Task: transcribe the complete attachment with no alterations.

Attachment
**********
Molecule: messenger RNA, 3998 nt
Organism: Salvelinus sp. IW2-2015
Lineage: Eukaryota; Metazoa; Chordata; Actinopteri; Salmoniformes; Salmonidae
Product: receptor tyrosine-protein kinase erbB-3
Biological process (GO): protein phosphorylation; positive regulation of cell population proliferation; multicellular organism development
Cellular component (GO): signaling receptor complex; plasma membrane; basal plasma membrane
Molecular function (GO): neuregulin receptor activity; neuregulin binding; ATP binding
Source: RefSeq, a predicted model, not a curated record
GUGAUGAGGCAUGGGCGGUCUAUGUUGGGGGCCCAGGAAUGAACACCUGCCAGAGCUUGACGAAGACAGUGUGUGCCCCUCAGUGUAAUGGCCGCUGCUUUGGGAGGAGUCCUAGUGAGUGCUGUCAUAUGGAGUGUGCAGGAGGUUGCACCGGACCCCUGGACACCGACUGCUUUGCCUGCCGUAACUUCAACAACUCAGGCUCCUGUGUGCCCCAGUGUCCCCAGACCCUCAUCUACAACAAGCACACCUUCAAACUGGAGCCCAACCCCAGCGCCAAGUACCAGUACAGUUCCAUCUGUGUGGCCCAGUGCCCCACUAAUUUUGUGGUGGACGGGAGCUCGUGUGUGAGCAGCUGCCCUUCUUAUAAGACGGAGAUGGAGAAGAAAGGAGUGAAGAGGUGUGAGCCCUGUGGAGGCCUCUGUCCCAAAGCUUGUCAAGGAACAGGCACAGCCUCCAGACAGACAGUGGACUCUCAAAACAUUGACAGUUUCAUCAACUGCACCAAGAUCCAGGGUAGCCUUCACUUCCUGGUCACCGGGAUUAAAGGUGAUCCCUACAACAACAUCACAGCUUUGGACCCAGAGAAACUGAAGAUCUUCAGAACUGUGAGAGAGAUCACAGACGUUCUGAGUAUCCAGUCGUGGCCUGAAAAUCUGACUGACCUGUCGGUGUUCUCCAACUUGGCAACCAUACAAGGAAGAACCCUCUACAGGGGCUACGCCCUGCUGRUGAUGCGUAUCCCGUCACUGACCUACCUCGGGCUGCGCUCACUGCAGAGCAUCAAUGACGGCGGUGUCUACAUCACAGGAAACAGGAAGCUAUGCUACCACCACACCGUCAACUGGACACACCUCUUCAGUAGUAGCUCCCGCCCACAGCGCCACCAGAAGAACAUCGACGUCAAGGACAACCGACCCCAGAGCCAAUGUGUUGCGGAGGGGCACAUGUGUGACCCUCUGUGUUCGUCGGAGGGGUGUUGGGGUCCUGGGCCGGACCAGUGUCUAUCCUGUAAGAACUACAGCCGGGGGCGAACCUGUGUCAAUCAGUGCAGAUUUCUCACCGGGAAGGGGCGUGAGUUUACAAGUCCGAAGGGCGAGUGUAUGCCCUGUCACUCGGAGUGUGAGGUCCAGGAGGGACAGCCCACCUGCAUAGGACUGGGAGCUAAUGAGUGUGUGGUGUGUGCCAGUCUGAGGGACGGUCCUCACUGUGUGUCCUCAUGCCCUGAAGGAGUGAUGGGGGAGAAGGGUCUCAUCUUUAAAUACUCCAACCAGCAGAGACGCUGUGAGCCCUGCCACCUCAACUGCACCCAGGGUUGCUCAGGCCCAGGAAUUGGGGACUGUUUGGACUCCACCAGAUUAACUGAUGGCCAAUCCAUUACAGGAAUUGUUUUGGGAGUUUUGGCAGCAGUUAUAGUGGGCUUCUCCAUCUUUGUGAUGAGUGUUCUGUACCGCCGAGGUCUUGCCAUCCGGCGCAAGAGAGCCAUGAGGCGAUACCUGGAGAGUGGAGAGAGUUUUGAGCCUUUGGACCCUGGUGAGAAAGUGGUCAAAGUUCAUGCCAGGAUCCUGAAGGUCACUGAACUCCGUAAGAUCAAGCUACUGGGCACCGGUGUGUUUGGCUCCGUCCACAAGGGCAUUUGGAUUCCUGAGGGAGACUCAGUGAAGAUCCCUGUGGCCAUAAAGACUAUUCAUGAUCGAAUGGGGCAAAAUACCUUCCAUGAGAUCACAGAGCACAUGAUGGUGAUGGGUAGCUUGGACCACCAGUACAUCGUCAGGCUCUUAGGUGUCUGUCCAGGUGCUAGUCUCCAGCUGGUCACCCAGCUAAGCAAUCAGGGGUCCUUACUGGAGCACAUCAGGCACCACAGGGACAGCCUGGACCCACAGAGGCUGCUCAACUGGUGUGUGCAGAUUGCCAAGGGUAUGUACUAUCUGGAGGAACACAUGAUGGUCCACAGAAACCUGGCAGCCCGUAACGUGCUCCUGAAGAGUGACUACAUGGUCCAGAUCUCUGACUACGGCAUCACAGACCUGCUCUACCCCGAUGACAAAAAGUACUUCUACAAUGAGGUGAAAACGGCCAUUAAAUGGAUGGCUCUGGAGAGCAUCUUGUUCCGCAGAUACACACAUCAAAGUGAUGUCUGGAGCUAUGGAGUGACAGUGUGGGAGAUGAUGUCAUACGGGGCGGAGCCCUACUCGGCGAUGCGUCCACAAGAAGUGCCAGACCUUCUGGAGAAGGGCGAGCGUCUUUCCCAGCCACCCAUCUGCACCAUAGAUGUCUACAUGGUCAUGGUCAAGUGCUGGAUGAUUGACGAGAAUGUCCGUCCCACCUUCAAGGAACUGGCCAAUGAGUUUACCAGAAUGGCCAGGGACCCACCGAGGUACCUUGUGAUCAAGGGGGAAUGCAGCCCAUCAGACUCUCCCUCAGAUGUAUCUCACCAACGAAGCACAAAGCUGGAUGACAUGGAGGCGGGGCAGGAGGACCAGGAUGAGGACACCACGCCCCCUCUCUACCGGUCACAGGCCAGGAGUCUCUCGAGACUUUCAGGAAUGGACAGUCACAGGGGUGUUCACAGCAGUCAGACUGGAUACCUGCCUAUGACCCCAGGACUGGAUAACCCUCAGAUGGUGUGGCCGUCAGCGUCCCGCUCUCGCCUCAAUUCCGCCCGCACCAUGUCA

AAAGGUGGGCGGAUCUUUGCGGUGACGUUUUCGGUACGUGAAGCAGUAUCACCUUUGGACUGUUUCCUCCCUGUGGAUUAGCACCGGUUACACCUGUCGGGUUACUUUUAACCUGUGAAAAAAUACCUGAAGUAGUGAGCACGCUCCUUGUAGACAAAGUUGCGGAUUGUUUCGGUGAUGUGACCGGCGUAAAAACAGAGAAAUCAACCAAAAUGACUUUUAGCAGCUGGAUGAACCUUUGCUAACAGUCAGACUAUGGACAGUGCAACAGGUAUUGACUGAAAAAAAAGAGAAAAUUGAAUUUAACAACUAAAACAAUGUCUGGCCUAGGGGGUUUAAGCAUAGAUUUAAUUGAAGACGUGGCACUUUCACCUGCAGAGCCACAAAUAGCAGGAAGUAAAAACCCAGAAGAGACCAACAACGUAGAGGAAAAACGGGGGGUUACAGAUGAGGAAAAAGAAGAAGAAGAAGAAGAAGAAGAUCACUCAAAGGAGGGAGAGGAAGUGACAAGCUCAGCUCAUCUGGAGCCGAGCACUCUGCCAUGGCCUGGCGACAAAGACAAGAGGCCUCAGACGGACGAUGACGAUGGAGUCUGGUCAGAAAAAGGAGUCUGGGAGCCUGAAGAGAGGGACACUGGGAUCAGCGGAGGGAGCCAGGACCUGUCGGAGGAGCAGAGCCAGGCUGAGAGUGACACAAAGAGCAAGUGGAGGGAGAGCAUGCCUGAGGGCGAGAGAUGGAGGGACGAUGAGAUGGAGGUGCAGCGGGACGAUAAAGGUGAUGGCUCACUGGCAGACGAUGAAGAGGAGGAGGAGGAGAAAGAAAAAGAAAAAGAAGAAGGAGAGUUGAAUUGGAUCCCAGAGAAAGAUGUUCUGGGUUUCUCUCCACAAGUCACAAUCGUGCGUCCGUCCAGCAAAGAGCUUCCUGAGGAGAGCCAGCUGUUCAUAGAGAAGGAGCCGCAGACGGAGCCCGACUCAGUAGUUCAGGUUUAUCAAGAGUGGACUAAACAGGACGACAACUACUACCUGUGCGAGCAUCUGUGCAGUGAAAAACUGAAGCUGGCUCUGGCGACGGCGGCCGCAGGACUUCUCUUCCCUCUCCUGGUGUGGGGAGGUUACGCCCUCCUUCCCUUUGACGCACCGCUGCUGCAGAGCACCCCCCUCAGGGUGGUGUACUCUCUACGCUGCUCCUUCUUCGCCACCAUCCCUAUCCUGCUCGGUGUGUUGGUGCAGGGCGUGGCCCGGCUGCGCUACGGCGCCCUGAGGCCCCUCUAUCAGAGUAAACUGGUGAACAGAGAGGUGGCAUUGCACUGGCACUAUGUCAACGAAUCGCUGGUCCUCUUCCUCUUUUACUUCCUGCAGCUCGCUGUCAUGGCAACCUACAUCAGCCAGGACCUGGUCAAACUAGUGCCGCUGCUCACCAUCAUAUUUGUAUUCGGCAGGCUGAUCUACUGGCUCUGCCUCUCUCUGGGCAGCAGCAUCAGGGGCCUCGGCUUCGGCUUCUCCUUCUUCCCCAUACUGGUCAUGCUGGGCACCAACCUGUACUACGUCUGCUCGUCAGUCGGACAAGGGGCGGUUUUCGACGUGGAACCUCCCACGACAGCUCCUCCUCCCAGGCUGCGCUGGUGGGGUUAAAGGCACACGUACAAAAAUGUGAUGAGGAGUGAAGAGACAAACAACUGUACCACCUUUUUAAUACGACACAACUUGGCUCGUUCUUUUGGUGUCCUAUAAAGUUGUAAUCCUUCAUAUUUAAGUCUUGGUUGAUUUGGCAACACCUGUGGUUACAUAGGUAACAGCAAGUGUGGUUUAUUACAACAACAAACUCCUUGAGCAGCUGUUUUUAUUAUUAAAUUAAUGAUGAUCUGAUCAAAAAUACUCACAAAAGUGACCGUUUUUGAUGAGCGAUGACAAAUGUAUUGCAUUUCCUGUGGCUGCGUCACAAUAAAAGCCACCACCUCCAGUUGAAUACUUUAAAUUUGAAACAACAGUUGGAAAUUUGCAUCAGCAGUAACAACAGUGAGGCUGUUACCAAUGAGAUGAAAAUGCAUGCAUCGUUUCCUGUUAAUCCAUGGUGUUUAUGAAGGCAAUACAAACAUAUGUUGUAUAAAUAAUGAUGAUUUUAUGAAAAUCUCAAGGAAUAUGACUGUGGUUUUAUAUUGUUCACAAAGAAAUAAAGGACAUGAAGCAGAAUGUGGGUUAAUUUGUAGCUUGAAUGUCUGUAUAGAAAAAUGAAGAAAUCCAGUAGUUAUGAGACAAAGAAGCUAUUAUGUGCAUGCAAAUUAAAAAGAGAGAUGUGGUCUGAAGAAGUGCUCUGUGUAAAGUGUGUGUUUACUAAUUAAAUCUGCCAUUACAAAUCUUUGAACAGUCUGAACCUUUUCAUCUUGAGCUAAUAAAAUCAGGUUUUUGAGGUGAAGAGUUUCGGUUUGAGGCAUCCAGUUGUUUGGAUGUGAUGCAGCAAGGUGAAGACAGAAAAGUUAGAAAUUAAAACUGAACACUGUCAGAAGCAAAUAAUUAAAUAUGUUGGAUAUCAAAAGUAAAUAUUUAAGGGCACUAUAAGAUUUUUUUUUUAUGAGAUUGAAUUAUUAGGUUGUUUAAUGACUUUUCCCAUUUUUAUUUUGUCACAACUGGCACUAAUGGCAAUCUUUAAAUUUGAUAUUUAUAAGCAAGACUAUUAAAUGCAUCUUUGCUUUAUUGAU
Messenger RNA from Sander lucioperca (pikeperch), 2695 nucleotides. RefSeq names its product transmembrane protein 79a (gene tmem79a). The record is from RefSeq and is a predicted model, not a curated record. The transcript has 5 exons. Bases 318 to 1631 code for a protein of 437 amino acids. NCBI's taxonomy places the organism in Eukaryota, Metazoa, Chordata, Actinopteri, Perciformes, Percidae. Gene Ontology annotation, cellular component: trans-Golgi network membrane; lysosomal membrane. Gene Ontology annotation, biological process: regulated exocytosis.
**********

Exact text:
Molecule: messenger RNA, 3998 nt
Organism: Salvelinus sp. IW2-2015
Lineage: Eukaryota; Metazoa; Chordata; Actinopteri; Salmoniformes; Salmonidae
Product: receptor tyrosine-protein kinase erbB-3
Biological process (GO): protein phosphorylation; positive regulation of cell population proliferation; multicellular organism development
Cellular component (GO): signaling receptor complex; plasma membrane; basal plasma membrane
Molecular function (GO): neuregulin receptor activity; neuregulin binding; ATP binding
Source: RefSeq, a predicted model, not a curated record
GUGAUGAGGCAUGGGCGGUCUAUGUUGGGGGCCCAGGAAUGAACACCUGCCAGAGCUUGACGAAGACAGUGUGUGCCCCUCAGUGUAAUGGCCGCUGCUUUGGGAGGAGUCCUAGUGAGUGCUGUCAUAUGGAGUGUGCAGGAGGUUGCACCGGACCCCUGGACACCGACUGCUUUGCCUGCCGUAACUUCAACAACUCAGGCUCCUGUGUGCCCCAGUGUCCCCAGACCCUCAUCUACAACAAGCACACCUUCAAACUGGAGCCCAACCCCAGCGCCAAGUACCAGUACAGUUCCAUCUGUGUGGCCCAGUGCCCCACUAAUUUUGUGGUGGACGGGAGCUCGUGUGUGAGCAGCUGCCCUUCUUAUAAGACGGAGAUGGAGAAGAAAGGAGUGAAGAGGUGUGAGCCCUGUGGAGGCCUCUGUCCCAAAGCUUGUCAAGGAACAGGCACAGCCUCCAGACAGACAGUGGACUCUCAAAACAUUGACAGUUUCAUCAACUGCACCAAGAUCCAGGGUAGCCUUCACUUCCUGGUCACCGGGAUUAAAGGUGAUCCCUACAACAACAUCACAGCUUUGGACCCAGAGAAACUGAAGAUCUUCAGAACUGUGAGAGAGAUCACAGACGUUCUGAGUAUCCAGUCGUGGCCUGAAAAUCUGACUGACCUGUCGGUGUUCUCCAACUUGGCAACCAUACAAGGAAGAACCCUCUACAGGGGCUACGCCCUGCUGRUGAUGCGUAUCCCGUCACUGACCUACCUCGGGCUGCGCUCACUGCAGAGCAUCAAUGACGGCGGUGUCUACAUCACAGGAAACAGGAAGCUAUGCUACCACCACACCGUCAACUGGACACACCUCUUCAGUAGUAGCUCCCGCCCACAGCGCCACCAGAAGAACAUCGACGUCAAGGACAACCGACCCCAGAGCCAAUGUGUUGCGGAGGGGCACAUGUGUGACCCUCUGUGUUCGUCGGAGGGGUGUUGGGGUCCUGGGCCGGACCAGUGUCUAUCCUGUAAGAACUACAGCCGGGGGCGAACCUGUGUCAAUCAGUGCAGAUUUCUCACCGGGAAGGGGCGUGAGUUUACAAGUCCGAAGGGCGAGUGUAUGCCCUGUCACUCGGAGUGUGAGGUCCAGGAGGGACAGCCCACCUGCAUAGGACUGGGAGCUAAUGAGUGUGUGGUGUGUGCCAGUCUGAGGGACGGUCCUCACUGUGUGUCCUCAUGCCCUGAAGGAGUGAUGGGGGAGAAGGGUCUCAUCUUUAAAUACUCCAACCAGCAGAGACGCUGUGAGCCCUGCCACCUCAACUGCACCCAGGGUUGCUCAGGCCCAGGAAUUGGGGACUGUUUGGACUCCACCAGAUUAACUGAUGGCCAAUCCAUUACAGGAAUUGUUUUGGGAGUUUUGGCAGCAGUUAUAGUGGGCUUCUCCAUCUUUGUGAUGAGUGUUCUGUACCGCCGAGGUCUUGCCAUCCGGCGCAAGAGAGCCAUGAGGCGAUACCUGGAGAGUGGAGAGAGUUUUGAGCCUUUGGACCCUGGUGAGAAAGUGGUCAAAGUUCAUGCCAGGAUCCUGAAGGUCACUGAACUCCGUAAGAUCAAGCUACUGGGCACCGGUGUGUUUGGCUCCGUCCACAAGGGCAUUUGGAUUCCUGAGGGAGACUCAGUGAAGAUCCCUGUGGCCAUAAAGACUAUUCAUGAUCGAAUGGGGCAAAAUACCUUCCAUGAGAUCACAGAGCACAUGAUGGUGAUGGGUAGCUUGGACCACCAGUACAUCGUCAGGCUCUUAGGUGUCUGUCCAGGUGCUAGUCUCCAGCUGGUCACCCAGCUAAGCAAUCAGGGGUCCUUACUGGAGCACAUCAGGCACCACAGGGACAGCCUGGACCCACAGAGGCUGCUCAACUGGUGUGUGCAGAUUGCCAAGGGUAUGUACUAUCUGGAGGAACACAUGAUGGUCCACAGAAACCUGGCAGCCCGUAACGUGCUCCUGAAGAGUGACUACAUGGUCCAGAUCUCUGACUACGGCAUCACAGACCUGCUCUACCCCGAUGACAAAAAGUACUUCUACAAUGAGGUGAAAACGGCCAUUAAAUGGAUGGCUCUGGAGAGCAUCUUGUUCCGCAGAUACACACAUCAAAGUGAUGUCUGGAGCUAUGGAGUGACAGUGUGGGAGAUGAUGUCAUACGGGGCGGAGCCCUACUCGGCGAUGCGUCCACAAGAAGUGCCAGACCUUCUGGAGAAGGGCGAGCGUCUUUCCCAGCCACCCAUCUGCACCAUAGAUGUCUACAUGGUCAUGGUCAAGUGCUGGAUGAUUGACGAGAAUGUCCGUCCCACCUUCAAGGAACUGGCCAAUGAGUUUACCAGAAUGGCCAGGGACCCACCGAGGUACCUUGUGAUCAAGGGGGAAUGCAGCCCAUCAGACUCUCCCUCAGAUGUAUCUCACCAACGAAGCACAAAGCUGGAUGACAUGGAGGCGGGGCAGGAGGACCAGGAUGAGGACACCACGCCCCCUCUCUACCGGUCACAGGCCAGGAGUCUCUCGAGACUUUCAGGAAUGGACAGUCACAGGGGUGUUCACAGCAGUCAGACUGGAUACCUGCCUAUGACCCCAGGACUGGAUAACCCUCAGAUGGUGUGGCCGUCAGCGUCCCGCUCUCGCCUCAAUUCCGCCCGCACCAUGUCA

AAAGGUGGGCGGAUCUUUGCGGUGACGUUUUCGGUACGUGAAGCAGUAUCACCUUUGGACUGUUUCCUCCCUGUGGAUUAGCACCGGUUACACCUGUCGGGUUACUUUUAACCUGUGAAAAAAUACCUGAAGUAGUGAGCACGCUCCUUGUAGACAAAGUUGCGGAUUGUUUCGGUGAUGUGACCGGCGUAAAAACAGAGAAAUCAACCAAAAUGACUUUUAGCAGCUGGAUGAACCUUUGCUAACAGUCAGACUAUGGACAGUGCAACAGGUAUUGACUGAAAAAAAAGAGAAAAUUGAAUUUAACAACUAAAACAAUGUCUGGCCUAGGGGGUUUAAGCAUAGAUUUAAUUGAAGACGUGGCACUUUCACCUGCAGAGCCACAAAUAGCAGGAAGUAAAAACCCAGAAGAGACCAACAACGUAGAGGAAAAACGGGGGGUUACAGAUGAGGAAAAAGAAGAAGAAGAAGAAGAAGAAGAUCACUCAAAGGAGGGAGAGGAAGUGACAAGCUCAGCUCAUCUGGAGCCGAGCACUCUGCCAUGGCCUGGCGACAAAGACAAGAGGCCUCAGACGGACGAUGACGAUGGAGUCUGGUCAGAAAAAGGAGUCUGGGAGCCUGAAGAGAGGGACACUGGGAUCAGCGGAGGGAGCCAGGACCUGUCGGAGGAGCAGAGCCAGGCUGAGAGUGACACAAAGAGCAAGUGGAGGGAGAGCAUGCCUGAGGGCGAGAGAUGGAGGGACGAUGAGAUGGAGGUGCAGCGGGACGAUAAAGGUGAUGGCUCACUGGCAGACGAUGAAGAGGAGGAGGAGGAGAAAGAAAAAGAAAAAGAAGAAGGAGAGUUGAAUUGGAUCCCAGAGAAAGAUGUUCUGGGUUUCUCUCCACAAGUCACAAUCGUGCGUCCGUCCAGCAAAGAGCUUCCUGAGGAGAGCCAGCUGUUCAUAGAGAAGGAGCCGCAGACGGAGCCCGACUCAGUAGUUCAGGUUUAUCAAGAGUGGACUAAACAGGACGACAACUACUACCUGUGCGAGCAUCUGUGCAGUGAAAAACUGAAGCUGGCUCUGGCGACGGCGGCCGCAGGACUUCUCUUCCCUCUCCUGGUGUGGGGAGGUUACGCCCUCCUUCCCUUUGACGCACCGCUGCUGCAGAGCACCCCCCUCAGGGUGGUGUACUCUCUACGCUGCUCCUUCUUCGCCACCAUCCCUAUCCUGCUCGGUGUGUUGGUGCAGGGCGUGGCCCGGCUGCGCUACGGCGCCCUGAGGCCCCUCUAUCAGAGUAAACUGGUGAACAGAGAGGUGGCAUUGCACUGGCACUAUGUCAACGAAUCGCUGGUCCUCUUCCUCUUUUACUUCCUGCAGCUCGCUGUCAUGGCAACCUACAUCAGCCAGGACCUGGUCAAACUAGUGCCGCUGCUCACCAUCAUAUUUGUAUUCGGCAGGCUGAUCUACUGGCUCUGCCUCUCUCUGGGCAGCAGCAUCAGGGGCCUCGGCUUCGGCUUCUCCUUCUUCCCCAUACUGGUCAUGCUGGGCACCAACCUGUACUACGUCUGCUCGUCAGUCGGACAAGGGGCGGUUUUCGACGUGGAACCUCCCACGACAGCUCCUCCUCCCAGGCUGCGCUGGUGGGGUUAAAGGCACACGUACAAAAAUGUGAUGAGGAGUGAAGAGACAAACAACUGUACCACCUUUUUAAUACGACACAACUUGGCUCGUUCUUUUGGUGUCCUAUAAAGUUGUAAUCCUUCAUAUUUAAGUCUUGGUUGAUUUGGCAACACCUGUGGUUACAUAGGUAACAGCAAGUGUGGUUUAUUACAACAACAAACUCCUUGAGCAGCUGUUUUUAUUAUUAAAUUAAUGAUGAUCUGAUCAAAAAUACUCACAAAAGUGACCGUUUUUGAUGAGCGAUGACAAAUGUAUUGCAUUUCCUGUGGCUGCGUCACAAUAAAAGCCACCACCUCCAGUUGAAUACUUUAAAUUUGAAACAACAGUUGGAAAUUUGCAUCAGCAGUAACAACAGUGAGGCUGUUACCAAUGAGAUGAAAAUGCAUGCAUCGUUUCCUGUUAAUCCAUGGUGUUUAUGAAGGCAAUACAAACAUAUGUUGUAUAAAUAAUGAUGAUUUUAUGAAAAUCUCAAGGAAUAUGACUGUGGUUUUAUAUUGUUCACAAAGAAAUAAAGGACAUGAAGCAGAAUGUGGGUUAAUUUGUAGCUUGAAUGUCUGUAUAGAAAAAUGAAGAAAUCCAGUAGUUAUGAGACAAAGAAGCUAUUAUGUGCAUGCAAAUUAAAAAGAGAGAUGUGGUCUGAAGAAGUGCUCUGUGUAAAGUGUGUGUUUACUAAUUAAAUCUGCCAUUACAAAUCUUUGAACAGUCUGAACCUUUUCAUCUUGAGCUAAUAAAAUCAGGUUUUUGAGGUGAAGAGUUUCGGUUUGAGGCAUCCAGUUGUUUGGAUGUGAUGCAGCAAGGUGAAGACAGAAAAGUUAGAAAUUAAAACUGAACACUGUCAGAAGCAAAUAAUUAAAUAUGUUGGAUAUCAAAAGUAAAUAUUUAAGGGCACUAUAAGAUUUUUUUUUUAUGAGAUUGAAUUAUUAGGUUGUUUAAUGACUUUUCCCAUUUUUAUUUUGUCACAACUGGCACUAAUGGCAAUCUUUAAAUUUGAUAUUUAUAAGCAAGACUAUUAAAUGCAUCUUUGCUUUAUUGAU
Messenger RNA from Sander lucioperca (pikeperch), 2695 nucleotides. RefSeq names its product transmembrane protein 79a (gene tmem79a). The record is from RefSeq and is a predicted model, not a curated record. The transcript has 5 exons. Bases 318 to 1631 code for a protein of 437 amino acids. NCBI's taxonomy places the organism in Eukaryota, Metazoa, Chordata, Actinopteri, Perciformes, Percidae. Gene Ontology annotation, cellular component: trans-Golgi network membrane; lysosomal membrane. Gene Ontology annotation, biological process: regulated exocytosis.